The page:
It is also a possibility that Britain’s destiny after leaving the EU is to join the European Economic Area (EEA). If that is the case then fees would remain at their current low level (not sure about access to financial assistance though). However, given that one of the key requirements of membership of the EEA is free movement of people, I cannot see how this is the desired outcome of the Brexiteers. If we leave, I doubt anyone will be fighting the corner of mobile British students in the lengthy negotiations that would surely follow.

1 Comment

Filed under Brexit, dutch universities, Higher Education, International Higher Education, Student Mobility

Government goes back on its word regarding tuition loan repayment threshold

About four years ago when the new fees regime and related changes to student finance were being announced we took part in a BBC Radio 4 Money Box special edition. One of the other guests was Martin Lewis, money saving expert and, at the time, front man for the government’s campaign to inform the public about the forthcoming changes.

I argued that the changes to student finance were one thing but the payment terms that students would enjoy for the thirty year period after graduation were quite another. It seems that the government has taken the first opportunity it could to go back on its word and amend the terms of repayment and they have backdated these changes to affect everyone who has one of the new loans, even those who have already graduated. Mr Lewis has already made his opinion clear on this act of deception.

The changes announced (that the £21,000 starting point for repayments will not rise in line with inflation) will not have an immediate impact but over the lifetime of most loans it is estimated that the average student will repay an additional £6,000 if the threshold is not increased in the future. This will particularly penalise median earners who are making some repayments but cannot make a significant reduction in the capital of their loan. As no student has yet made any repayment under the new regime I can only speculate that projections for rates of repayment are lower than the worst estimates currently in circulation and the Chancellor is just getting in early with this amendment. How long will it be before 9% of earnings over the threshold becomes 10% or more?

I don’t want this blog to be about the bad hand being dealt English students right now. You can find far better analysis of this elsewhere. However, there can be no doubt that the best advice we can offer students considering a Bachelor’s degree here: have you thought seriously about leaving the country?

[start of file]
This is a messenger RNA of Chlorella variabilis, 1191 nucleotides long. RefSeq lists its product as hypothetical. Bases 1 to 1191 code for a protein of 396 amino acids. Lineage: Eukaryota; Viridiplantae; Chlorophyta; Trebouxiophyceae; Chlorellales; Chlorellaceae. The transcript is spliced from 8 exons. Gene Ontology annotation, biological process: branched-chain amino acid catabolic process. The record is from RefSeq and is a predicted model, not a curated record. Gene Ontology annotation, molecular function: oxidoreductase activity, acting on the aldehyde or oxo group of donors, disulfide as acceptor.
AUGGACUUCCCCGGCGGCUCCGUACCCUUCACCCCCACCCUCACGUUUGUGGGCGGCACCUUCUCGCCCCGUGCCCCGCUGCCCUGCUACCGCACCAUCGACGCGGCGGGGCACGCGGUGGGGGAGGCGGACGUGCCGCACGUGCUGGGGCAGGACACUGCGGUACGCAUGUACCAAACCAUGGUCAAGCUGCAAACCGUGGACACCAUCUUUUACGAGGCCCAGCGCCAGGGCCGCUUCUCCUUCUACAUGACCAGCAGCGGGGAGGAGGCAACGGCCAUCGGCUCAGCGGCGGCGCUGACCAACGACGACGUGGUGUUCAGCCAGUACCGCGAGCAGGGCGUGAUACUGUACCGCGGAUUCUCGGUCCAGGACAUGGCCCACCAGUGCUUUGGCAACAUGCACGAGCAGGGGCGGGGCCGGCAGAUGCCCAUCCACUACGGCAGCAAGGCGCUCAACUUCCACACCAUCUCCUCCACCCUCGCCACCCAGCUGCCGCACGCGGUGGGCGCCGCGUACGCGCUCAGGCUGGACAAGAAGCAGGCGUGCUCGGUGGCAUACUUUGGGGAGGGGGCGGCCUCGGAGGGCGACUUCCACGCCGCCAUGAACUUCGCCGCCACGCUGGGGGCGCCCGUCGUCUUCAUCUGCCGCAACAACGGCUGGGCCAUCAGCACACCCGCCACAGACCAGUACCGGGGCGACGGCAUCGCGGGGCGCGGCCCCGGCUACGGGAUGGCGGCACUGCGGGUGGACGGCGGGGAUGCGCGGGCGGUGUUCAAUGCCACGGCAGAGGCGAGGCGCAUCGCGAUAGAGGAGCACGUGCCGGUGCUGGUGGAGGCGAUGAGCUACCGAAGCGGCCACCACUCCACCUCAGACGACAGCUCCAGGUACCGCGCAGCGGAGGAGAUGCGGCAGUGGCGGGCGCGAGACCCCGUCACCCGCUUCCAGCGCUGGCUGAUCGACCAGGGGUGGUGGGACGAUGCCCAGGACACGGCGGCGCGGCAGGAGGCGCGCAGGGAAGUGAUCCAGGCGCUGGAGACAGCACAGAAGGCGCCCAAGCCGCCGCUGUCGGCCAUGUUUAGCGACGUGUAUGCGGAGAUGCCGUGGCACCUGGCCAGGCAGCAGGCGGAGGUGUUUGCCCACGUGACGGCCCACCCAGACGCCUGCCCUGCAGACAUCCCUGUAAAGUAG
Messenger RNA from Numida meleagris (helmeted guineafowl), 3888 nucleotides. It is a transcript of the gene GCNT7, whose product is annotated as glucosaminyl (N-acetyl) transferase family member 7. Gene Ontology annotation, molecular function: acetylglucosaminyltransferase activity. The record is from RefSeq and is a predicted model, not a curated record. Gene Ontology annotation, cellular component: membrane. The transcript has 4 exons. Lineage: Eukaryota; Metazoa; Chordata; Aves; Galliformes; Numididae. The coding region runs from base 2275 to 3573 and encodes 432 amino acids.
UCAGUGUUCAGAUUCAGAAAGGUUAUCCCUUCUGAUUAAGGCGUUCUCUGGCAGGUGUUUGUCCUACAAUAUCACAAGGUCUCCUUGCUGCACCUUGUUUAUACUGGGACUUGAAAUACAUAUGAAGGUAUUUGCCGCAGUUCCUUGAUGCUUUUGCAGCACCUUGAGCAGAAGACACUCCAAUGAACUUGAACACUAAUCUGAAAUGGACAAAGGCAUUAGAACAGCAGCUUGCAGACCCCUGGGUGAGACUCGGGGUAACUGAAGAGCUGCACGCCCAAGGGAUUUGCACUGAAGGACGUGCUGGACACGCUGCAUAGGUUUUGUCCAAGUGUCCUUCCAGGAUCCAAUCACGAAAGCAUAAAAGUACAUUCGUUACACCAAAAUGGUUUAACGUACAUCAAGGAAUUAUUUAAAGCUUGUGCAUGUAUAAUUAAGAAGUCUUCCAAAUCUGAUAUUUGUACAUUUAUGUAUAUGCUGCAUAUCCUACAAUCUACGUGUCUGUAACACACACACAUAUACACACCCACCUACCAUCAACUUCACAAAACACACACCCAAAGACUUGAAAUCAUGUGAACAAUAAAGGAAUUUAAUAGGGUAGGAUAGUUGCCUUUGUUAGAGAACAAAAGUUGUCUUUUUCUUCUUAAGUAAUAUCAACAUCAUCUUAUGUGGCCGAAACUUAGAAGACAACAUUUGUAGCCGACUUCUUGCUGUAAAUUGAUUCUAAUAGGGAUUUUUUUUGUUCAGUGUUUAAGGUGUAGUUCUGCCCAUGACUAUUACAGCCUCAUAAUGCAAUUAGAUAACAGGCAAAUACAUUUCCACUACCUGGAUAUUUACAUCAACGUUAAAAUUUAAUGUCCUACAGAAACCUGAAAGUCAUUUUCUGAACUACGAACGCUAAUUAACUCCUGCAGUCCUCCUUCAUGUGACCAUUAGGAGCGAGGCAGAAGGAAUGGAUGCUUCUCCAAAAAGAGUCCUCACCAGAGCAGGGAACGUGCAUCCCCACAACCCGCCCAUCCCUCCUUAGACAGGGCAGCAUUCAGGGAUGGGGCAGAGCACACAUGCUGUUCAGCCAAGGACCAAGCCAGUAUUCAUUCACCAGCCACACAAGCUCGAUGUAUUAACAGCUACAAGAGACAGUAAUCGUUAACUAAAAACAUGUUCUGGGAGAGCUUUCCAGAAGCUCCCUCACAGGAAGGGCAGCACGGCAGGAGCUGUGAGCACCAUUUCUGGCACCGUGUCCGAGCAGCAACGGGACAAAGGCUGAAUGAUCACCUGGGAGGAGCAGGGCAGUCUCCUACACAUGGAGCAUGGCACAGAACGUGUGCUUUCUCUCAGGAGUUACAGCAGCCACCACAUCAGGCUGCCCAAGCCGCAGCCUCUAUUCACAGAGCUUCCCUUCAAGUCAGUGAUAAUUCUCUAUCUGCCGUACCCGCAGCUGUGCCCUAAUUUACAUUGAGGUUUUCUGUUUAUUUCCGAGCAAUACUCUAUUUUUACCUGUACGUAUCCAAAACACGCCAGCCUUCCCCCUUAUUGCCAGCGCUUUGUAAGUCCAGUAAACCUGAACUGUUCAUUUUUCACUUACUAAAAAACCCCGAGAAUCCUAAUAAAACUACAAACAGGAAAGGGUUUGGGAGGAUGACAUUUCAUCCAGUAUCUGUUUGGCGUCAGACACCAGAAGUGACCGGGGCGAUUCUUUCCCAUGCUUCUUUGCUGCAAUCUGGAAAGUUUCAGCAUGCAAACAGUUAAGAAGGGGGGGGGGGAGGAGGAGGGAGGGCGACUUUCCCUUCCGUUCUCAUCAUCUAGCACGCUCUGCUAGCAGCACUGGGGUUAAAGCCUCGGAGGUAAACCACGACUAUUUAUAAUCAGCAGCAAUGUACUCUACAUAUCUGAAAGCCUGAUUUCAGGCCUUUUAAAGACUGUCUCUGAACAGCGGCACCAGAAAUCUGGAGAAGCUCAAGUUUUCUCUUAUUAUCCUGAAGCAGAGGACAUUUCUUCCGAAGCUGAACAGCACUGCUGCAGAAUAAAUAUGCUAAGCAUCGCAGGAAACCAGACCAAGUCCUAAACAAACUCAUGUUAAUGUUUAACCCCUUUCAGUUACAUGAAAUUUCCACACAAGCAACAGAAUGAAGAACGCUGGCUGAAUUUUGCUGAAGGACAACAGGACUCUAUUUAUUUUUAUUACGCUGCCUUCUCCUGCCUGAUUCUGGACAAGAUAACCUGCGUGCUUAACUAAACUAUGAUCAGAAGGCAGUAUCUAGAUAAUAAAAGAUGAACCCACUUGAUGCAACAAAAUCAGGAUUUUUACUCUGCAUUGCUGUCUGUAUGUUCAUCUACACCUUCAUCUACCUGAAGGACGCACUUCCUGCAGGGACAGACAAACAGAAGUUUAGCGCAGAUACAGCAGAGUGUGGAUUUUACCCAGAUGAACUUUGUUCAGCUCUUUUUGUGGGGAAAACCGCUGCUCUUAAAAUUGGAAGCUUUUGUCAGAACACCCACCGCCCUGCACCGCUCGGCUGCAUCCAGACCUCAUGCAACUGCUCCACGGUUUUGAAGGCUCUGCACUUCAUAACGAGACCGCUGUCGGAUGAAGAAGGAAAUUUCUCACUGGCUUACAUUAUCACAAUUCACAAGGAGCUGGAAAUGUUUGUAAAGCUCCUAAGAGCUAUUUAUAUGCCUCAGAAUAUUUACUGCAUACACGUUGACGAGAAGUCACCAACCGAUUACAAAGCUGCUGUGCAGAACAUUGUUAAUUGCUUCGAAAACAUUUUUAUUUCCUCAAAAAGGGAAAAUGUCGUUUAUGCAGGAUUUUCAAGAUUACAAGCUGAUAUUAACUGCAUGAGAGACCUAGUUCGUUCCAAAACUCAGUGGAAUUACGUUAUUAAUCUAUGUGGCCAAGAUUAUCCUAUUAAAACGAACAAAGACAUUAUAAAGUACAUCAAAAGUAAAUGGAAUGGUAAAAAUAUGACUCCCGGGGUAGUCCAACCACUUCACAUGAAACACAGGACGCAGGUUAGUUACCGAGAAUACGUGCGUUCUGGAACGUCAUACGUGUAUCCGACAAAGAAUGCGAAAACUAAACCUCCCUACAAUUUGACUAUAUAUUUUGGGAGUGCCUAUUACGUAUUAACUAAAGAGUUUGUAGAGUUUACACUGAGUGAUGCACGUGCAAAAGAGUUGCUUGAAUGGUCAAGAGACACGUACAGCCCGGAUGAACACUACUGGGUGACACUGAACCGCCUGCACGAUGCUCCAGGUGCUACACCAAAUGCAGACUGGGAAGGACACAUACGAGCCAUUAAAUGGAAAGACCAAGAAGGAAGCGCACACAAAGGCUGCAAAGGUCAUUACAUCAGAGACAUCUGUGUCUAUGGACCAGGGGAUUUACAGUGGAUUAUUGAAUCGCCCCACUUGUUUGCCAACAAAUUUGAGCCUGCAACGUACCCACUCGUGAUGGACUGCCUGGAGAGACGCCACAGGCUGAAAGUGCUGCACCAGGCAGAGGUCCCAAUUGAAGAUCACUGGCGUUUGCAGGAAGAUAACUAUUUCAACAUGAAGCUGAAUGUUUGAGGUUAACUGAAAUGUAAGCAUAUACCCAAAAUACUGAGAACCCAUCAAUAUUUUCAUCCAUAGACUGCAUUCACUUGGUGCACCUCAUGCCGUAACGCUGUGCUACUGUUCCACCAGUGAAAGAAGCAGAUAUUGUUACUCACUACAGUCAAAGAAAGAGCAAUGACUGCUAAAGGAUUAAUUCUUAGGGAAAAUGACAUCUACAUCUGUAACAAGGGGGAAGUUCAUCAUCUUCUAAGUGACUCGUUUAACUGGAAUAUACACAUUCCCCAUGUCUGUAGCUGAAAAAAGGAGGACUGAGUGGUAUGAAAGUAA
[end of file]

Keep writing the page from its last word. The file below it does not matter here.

Leave a comment

Filed under Student Mobility, study abroad advice, Study Abroad Facts, Uncategorized

England is the most expensive place to be an undergraduate student

The OECD’s report into education has revealed what we have always known to be true: the introduction of £9,000pa tuition fees makes England the most expensive place on average to get a bachelor’s degree in the OECD nations.

This might seem ridiculous particularly bearing in mind US tuition fees but there are two important points to consider that mean the OECD is absolutely correct:

  1. Fees for international students are usually higher. This means that an English student going to the USA, Canada or Australia is likely to pay much more than £9k a year but domestic students in these countries usually pay considerably less.
  2. In countries where there are tuition fees, these are usually variable. English tuition fees are also technically variable but this distinction has been lost in practice on both recent occasions when fees have been hiked, first to max. £3k and then to max. £9k. English universities wasted little time in going to the maximum available level irregardless of whether this reflects the cost of a university degree (a famously unknowable number); the perceived impact on quality has meant that no university wishes to develop a reputation for being cheap. This has led to the bizarre situation where every degree more or less has the same price tag for domestic students (variations for international students might suggest that there is at least some element of cross-subsidy going on). The USA is undoubtedly much more expensive than England for many students. Their private universities can charge up to $60k per year. However, most importantly, there is choice in the USA. As a domestic student you can go to a local community college followed by an in-state university and gain a Bachelor’s degree for a lot less than £9,000 per year. The majority of US students will never get anywhere near the most expensive universities and those that do, usually have an efficient system of financial aid to mitigate the cost. It is this choice that is largely missing from the English system. Provision within FE colleges or at private universities is usually at a lower tuition fee. In the case of private HE this is largely because student loans for tuition are only available up to £6k a year. Should that cap be lifted I think we can be reasonably certain what would happen…

In conclusion, while the OECD’s conclusion might seem baffling at first, we would have to agree, England is now the most expensive country on earth to be an undergraduate and it is only likely to get worse.

Leave a comment

Filed under Higher Education, International Higher Education, Uncategorized

City firms not finding what they need in independent school students.

Earlier this week, Mary Curnock Cook, head of Ucas, spoke at the HMC annual conference in St Andrews and suggested that independent schools are preparing students with narrow, almost identical outlooks on life. The necessary conclusion of this being that the life experience of such students does not provide the diversity that successful organisations need in the 21st Century.